Do fast food restaurants need surveillance? -, South Georgia News, Weather, Sports

Do fast food restaurants need surveillance?

By Karen Cohilas - bio | email

ALBANY, GA (WALB) - The Subway on North Slappey was held up just after 12:30 Thursday morning by a man with a gun jumped the counter and grabbed money from the register.

That was the second fast food robbery on North Slappey this week. Taco Bell was robbed Saturday morning.  Investigators are reviewing surveillance video of the robbery at Subway. And they're lucky to have that footage.

 Unlike convenience stores and package stores, fast food restaurants in Albany are not required to have surveillance cameras. Should they be?

Walk into any store in the city of Albany that sells alcohol, and consider yourself as a contestant on candid camera. All are required, by city code, to have working surveillance equipment. That's to discourage thieves and robbers from breaking the law, and to aid police if someone does.

But fast food restaurants have just as much, if not more traffic in and out and lately, they've been targeted by dangerous criminals, so should the city make it law for cameras to be installed here as well?  

Linda Gardner watches the news, so she knows what's going on around Albany. "The home invasions, the armed robberies, the fast food places."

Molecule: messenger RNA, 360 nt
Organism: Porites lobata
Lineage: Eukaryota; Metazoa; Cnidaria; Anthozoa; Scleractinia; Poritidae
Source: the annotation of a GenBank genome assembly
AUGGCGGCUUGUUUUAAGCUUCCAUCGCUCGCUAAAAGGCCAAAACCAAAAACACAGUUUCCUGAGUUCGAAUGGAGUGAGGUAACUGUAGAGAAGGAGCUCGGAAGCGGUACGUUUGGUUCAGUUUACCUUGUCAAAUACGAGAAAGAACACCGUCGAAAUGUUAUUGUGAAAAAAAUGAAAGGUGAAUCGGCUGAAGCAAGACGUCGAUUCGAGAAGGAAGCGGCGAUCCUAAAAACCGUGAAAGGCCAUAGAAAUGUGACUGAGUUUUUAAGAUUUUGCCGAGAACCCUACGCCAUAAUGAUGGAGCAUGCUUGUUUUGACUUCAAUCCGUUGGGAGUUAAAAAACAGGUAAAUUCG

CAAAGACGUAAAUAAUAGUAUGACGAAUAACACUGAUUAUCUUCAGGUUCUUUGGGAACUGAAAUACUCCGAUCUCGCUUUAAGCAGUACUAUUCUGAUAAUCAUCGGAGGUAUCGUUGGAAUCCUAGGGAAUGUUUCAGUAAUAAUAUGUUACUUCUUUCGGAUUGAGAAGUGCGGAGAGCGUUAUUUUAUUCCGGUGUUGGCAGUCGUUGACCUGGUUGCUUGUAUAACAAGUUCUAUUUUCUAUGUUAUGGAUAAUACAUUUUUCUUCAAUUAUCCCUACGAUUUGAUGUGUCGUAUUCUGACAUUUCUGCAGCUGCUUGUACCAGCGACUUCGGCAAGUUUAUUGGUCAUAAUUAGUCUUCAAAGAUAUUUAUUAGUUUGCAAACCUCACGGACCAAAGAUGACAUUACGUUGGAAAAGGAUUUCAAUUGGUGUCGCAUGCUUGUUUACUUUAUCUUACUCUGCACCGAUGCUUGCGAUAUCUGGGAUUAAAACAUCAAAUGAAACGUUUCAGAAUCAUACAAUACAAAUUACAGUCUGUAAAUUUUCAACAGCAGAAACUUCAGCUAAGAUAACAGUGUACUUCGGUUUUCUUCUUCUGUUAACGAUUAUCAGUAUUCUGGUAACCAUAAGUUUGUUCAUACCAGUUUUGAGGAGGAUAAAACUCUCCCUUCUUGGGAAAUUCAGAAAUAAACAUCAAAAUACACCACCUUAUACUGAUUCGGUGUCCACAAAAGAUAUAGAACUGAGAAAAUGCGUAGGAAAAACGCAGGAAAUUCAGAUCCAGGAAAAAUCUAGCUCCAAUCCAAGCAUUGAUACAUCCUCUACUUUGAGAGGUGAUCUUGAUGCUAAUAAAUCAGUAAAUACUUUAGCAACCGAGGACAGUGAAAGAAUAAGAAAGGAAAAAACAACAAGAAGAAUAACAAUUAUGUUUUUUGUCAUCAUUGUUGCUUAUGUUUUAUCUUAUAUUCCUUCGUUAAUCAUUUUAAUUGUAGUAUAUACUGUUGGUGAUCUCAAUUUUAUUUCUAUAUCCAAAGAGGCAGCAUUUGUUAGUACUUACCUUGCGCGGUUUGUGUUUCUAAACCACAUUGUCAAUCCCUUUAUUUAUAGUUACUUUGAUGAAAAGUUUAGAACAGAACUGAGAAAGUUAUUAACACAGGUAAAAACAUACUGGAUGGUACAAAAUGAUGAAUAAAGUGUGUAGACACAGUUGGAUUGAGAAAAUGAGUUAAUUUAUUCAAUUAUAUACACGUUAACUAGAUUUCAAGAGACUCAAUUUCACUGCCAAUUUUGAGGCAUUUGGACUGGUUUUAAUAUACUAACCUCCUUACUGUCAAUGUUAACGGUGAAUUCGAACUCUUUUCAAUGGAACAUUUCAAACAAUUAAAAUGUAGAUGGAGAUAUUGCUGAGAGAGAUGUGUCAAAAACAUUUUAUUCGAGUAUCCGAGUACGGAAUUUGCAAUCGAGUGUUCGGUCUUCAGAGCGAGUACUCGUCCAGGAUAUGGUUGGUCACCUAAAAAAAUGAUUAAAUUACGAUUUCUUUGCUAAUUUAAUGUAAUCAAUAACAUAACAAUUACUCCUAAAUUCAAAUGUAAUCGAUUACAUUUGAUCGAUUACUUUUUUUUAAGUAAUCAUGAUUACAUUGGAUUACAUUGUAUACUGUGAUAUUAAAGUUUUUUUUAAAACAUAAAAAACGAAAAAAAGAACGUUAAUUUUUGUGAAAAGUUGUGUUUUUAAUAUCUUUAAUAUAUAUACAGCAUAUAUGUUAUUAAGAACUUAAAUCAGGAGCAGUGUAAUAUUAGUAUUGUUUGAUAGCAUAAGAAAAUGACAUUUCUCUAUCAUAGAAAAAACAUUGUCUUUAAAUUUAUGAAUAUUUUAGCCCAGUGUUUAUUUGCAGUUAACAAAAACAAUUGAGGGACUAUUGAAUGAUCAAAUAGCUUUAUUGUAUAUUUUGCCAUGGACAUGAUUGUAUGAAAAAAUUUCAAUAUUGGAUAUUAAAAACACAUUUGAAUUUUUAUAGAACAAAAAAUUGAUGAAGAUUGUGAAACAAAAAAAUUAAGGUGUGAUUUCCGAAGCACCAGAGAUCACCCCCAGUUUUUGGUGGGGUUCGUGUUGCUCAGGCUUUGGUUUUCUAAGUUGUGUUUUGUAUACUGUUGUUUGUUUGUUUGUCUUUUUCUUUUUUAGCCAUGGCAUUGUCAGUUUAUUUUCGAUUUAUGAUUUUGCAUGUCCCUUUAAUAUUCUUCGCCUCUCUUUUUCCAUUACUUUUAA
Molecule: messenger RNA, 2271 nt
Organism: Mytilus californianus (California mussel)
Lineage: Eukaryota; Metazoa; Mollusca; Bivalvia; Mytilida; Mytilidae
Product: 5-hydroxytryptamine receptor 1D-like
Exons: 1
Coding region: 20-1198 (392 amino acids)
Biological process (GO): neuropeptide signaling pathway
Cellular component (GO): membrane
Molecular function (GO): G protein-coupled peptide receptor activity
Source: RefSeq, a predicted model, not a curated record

And all the crime has her afraid even to go inside a fast food restaurant these days. "I'm afraid of the fast food places also because a person could come in and rob them as well and I don't want to be sitting there when they do."

Convenience stores, often targeted by criminals for quick cash, are required to put up working security cameras if they sell alcohol. Should fast food restaurants, also popular among robbers, be required to as well?

"It would help us as a department in the investigation portion of an armed robbery," said Phyllis Banks-Whitley, APD Media Manager.

Not only would it be used as evidence, it could keep robbers at bay if they knew they were being recorded.

"Number one, you have the deterrence factor and if that doesn't work, then number two, you have an actual photo to start your investigation to continue forward with your case and the combination of those two speaks for itself," said Nathan Davis, City Attorney.

And it may help folks have a better sense of security when they go grab a bite to eat, to know they won't be

"I will feel much safer, much safer," said Harriett Jones.

While cameras at fast food restaurants may be lauded by some in the community and law enforcement agencies, it could also be met with resistance by the store owners who would be required to purchase and maintain that equipment.

The city first adopted the ordinance requiring cameras in convenience stores back in 1989.

It was amended in 1996 and again in 1997. It would require another amendment to include fast food restaurants.


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